Over the last couple of years I have become more aware of what my heart really desires. In a sense I’ve always been aware of it but growth is a gradual process. It’s a very rare person who has a lightning bolt experience of revelation.

The deepest desire of my heart, and I suspect of all of our hearts, is for intimacy. We long for connection to other human beings. It is the essence of who we are. We are hard wired for relationship.

The image in the above song line is of the way we rush through life on the subway, speeding to make a living but not stopping to make a life. The Stations of the Cross are a wonderful reflection timeline, scattered along the Via Dolorosa in Jerusalem. This Easter is the perfect time to stop and reflect as we stop for a few days from the rush of life.

In our culture we find it difficult to stop though. It’s like we are doing all we can to cover up some pain in our lives, something that is missing. As we speed through the subway, rushing through but not stopping at the stations to reflect, our eyes look the other way, not wanting to make contact with each other. We think the fact that everyone being on their devices and not connecting with each other is a new phenomenon, something that has arisen with the advent of our devices. But if you look at photos from a hundred years ago, you will see people lined up in the street reading their newspapers. Nothing has changed, just the way we don’t connect with each other.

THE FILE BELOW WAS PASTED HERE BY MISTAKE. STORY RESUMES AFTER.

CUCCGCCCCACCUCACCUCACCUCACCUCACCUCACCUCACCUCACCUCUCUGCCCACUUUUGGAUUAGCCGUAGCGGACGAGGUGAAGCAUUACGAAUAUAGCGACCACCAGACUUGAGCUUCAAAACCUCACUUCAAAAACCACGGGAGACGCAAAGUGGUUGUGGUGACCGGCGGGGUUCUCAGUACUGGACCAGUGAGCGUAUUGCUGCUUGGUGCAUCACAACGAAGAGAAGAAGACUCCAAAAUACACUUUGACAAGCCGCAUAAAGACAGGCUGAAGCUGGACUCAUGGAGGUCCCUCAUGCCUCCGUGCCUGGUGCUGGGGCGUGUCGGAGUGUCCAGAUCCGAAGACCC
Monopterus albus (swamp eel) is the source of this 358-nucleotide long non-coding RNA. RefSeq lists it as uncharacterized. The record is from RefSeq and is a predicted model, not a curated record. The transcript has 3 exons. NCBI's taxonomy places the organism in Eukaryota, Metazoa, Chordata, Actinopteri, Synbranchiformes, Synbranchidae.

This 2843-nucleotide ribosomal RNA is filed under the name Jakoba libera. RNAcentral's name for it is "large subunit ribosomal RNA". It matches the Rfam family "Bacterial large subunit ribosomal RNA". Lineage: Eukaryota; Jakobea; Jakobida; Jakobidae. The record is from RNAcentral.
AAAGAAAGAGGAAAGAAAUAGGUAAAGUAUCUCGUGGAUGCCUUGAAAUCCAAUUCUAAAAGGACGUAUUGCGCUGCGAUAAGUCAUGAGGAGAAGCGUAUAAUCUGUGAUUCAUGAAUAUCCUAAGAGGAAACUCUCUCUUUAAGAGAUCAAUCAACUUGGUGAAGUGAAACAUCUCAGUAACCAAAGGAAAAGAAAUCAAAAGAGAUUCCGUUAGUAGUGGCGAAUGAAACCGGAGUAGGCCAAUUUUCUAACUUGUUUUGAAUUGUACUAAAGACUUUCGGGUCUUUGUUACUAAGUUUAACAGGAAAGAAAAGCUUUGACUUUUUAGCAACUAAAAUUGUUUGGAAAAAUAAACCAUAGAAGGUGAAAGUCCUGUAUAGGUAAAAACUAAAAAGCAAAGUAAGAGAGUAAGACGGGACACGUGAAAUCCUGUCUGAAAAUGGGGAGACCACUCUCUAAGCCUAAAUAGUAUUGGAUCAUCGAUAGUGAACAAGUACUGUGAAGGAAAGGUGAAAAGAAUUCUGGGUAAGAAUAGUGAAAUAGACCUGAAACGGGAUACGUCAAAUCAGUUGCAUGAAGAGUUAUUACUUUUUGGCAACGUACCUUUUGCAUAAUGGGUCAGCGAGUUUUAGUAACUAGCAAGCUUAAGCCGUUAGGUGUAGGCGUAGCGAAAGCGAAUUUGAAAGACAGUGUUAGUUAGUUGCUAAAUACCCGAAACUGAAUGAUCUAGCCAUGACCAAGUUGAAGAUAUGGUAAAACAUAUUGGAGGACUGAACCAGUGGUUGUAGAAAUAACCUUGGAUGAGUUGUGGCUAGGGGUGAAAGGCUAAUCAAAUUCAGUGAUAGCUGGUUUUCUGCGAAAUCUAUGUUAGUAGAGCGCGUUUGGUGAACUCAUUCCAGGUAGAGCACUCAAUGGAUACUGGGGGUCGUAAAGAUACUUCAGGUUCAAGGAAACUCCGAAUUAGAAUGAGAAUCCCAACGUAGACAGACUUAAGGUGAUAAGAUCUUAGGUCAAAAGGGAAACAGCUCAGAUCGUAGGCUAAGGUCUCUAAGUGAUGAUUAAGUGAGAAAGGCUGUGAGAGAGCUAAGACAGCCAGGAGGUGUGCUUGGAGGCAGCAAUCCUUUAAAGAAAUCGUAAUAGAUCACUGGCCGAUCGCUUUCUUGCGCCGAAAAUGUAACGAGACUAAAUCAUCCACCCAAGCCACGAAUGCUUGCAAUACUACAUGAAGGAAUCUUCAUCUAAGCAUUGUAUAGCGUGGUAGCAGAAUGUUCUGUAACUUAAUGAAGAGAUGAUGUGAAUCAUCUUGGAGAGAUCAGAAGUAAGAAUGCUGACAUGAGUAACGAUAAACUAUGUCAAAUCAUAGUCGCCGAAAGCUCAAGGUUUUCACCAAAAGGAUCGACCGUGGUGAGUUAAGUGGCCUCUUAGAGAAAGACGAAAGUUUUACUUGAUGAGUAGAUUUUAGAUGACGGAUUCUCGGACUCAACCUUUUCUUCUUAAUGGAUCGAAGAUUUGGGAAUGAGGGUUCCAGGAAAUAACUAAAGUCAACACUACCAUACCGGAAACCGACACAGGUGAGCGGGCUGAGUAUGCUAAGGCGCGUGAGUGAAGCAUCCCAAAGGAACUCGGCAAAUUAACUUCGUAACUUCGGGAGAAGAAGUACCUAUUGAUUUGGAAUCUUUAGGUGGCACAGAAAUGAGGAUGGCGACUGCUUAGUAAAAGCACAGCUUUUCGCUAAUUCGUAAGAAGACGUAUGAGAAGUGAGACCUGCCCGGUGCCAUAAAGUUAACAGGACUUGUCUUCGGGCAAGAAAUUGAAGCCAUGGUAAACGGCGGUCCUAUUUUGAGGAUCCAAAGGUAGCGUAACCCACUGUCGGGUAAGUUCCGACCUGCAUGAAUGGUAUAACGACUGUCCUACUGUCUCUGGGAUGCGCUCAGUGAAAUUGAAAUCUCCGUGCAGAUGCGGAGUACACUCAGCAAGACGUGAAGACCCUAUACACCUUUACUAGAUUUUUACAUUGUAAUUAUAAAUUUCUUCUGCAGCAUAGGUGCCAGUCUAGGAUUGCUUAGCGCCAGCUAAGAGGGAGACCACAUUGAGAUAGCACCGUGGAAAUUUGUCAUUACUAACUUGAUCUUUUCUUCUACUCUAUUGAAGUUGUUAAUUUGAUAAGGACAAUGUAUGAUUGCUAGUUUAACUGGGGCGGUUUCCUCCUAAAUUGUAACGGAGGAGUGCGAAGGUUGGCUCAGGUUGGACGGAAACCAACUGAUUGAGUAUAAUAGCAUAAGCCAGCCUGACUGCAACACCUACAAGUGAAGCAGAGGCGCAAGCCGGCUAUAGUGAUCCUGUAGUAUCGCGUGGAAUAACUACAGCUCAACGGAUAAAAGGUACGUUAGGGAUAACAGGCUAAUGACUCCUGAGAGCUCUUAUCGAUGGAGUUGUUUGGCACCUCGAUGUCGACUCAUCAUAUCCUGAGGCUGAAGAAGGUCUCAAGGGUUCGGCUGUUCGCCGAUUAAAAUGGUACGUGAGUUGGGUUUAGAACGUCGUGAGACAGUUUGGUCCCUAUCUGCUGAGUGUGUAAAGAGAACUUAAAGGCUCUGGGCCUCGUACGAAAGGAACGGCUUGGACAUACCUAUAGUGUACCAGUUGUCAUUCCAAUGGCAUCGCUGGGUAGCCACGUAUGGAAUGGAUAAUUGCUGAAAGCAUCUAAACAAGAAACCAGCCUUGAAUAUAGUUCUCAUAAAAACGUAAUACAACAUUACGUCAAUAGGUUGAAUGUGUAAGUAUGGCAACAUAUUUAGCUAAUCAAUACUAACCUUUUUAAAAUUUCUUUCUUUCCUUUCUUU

Why are we fearful of connecting with each other while at the same time we yearn for it? Is it because we fear what we cannot control, because we have been hurt to the point that we cannot trust anymore? Why is it that every eye looks every other way, seemingly counting down until we can finally get off that train and not feel the awkwardness of being too close to others? It’s why no one looks at each other in lifts. We don’t want to be in each other’s personal zones.

Connection to each other is what we are made for. Jesus’ suffering and brutal death is a reminder of what love will do to be close to us. It is while we were still bitter enemies of him that Jesus died for humanity, to be close, to connect and to be intimate. That is what love is, and it changes the world.